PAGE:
Diary of Perpetua
This summer we have been learning the stories of some of the earliest saints of the church. Most recently, I’ve shared the stores of Clement of Rome, one of the first popes, and Ignatius, Bishop of Antioch. But it was not only men who were leaders of the early church; and it was not only Bishops and Popes who left behind writings and stories for us to learn from. Today we heard an excerpt from the diary of Perpetua. Perpetua was a young noblewoman living in Carthage, in modern-day Tunisia. She and her companions were preparing for Christian baptism when they were arrested, imprisoned, and then executed because of their faith.
Perpetua’s account is engaging for many reasons. We can admire Perpetua’s conviction and courage as she faces death. We can sympathize with Perpetua’s father, who throughout the story begs her to save her own life and care for her infant child. We may get caught up in the two strange visions that illustrate Perpetua’s understanding of the life of faith and the nature of martyrdom. We may feel an uneasiness about the enthusiasm with which she and her companions seem to embrace their fate; she writes: “we were condemned to the beasts, and we returned to prison in high spirits.”
Perpetua’s story is only one of many notable stories of martyrdom from the early years of the church, and neither her courage and nor her enthusiasm were not unusual. To understand why Christians were martyred, we have to remember that the early church developed within a vast colonial empire in which religion and politics were intimately related. The Roman Emperor was a God, and those within his empire were expected not only to pay heavy taxes, but also to pay homage to him and other Roman deities. The government did find it expedient to make certain exceptions; Jewish groups, for example, had their own arrangement and were not required to carry out the same sacrifices and vows. But Christianity was an upstart movement without any clear central organization or authority with which to lobby the colonial government. Christians were viewed as trouble makers whose defiance of the state was dangerous. They were outsiders who suffered prejudice, scattered violence, and occasionally, organized, state-sponsored persecution and execution.
Christians like Perpetua didn’t see what happened to them as purely political, however. She interpreted the persecution she encountered as a sign of the end times, part of the high-stakes battle between good and evil. Martyrdom was therefore not simply a tragedy but also an opportunity: to testify to her beliefs, and ultimately, to be united with Christ in suffering and death.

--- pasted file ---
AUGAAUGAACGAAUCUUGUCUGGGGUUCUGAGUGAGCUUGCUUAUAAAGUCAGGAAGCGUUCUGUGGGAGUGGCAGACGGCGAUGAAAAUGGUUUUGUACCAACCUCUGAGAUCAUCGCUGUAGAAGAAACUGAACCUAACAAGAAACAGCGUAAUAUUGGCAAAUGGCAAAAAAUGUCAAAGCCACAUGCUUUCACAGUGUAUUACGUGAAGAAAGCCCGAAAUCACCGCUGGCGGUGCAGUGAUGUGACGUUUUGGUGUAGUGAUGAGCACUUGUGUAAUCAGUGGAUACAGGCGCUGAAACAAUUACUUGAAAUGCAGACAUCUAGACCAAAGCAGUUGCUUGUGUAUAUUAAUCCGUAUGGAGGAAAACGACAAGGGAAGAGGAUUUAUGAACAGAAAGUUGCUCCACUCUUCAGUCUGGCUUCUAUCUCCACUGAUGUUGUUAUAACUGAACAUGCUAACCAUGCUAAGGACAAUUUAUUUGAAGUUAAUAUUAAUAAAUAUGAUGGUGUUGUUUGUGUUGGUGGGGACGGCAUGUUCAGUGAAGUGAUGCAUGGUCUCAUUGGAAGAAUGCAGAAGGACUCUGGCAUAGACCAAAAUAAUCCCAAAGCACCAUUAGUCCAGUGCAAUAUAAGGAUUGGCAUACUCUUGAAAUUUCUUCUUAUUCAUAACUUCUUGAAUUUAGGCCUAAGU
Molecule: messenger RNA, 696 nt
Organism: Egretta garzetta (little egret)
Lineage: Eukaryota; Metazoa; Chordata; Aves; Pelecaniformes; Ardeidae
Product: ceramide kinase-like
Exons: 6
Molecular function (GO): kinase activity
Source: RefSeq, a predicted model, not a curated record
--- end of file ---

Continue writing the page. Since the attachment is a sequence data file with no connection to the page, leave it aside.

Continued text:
Although they happened so long ago, the stories of martyrdom that were so important in the earliest era of our tradition continue to influence us in many ways today. The example of Jesus and the early martyrs has helped Christians to see ourselves as independent of any political power, and to embrace non-violent resistance. These beliefs led to some of the high points in our religious history; the reformation, the civil rights movement.
Unfortunately, this same history has also enticed us to see ourselves as perpetual victims. This can be meaningful in times and places where Christians face persecution (as they do today in Iraq, among other places). But we conveniently forget that ever since Constantine came along, Christians have been the leaders in some of the most powerful empires of the world. We may have begun as underdogs, but now we enjoy great privilege. Here, in the United States, we hear plenty of news stories in which Christians seem to confuse the separation of Church and State, or respect for a diversity of beliefs, with a threat to their religious liberty. We are so used to the idea that Christians must suffer for their faith that we have confused freedom of religious practice with cultural dominance, and it is a dangerous mistake.
What shall we do with this mixed heritage, our history of martyrdom? To me, the most interesting question that our history raises is this: What would it look like for us to live out our faith with the same passion as Perpetua? What would it be like for us, by and large, people of great privilege and wealth: what would it be like for us to risk our lives on behalf of Jesus? Might we risk our comfort and profit to protect the earth, our home? Might we risk our wealth and privilege for the dignity and health of our neighbors? Might we risk our pride, opening not only our minds, but also our hearts, to the living God, so that we might be transformed, both within and without?
Christians in America today are not considered much of a risk to the status quo. Maybe we could change that.
Powerful Christ, you invite us to give all that we have, to present ourselves as a living sacrifice, holy and acceptable to God. Grant us the courage of the martyrs, that we might at least offer you more of ourselves, seeking always the will of God, and the ways of life. Amen.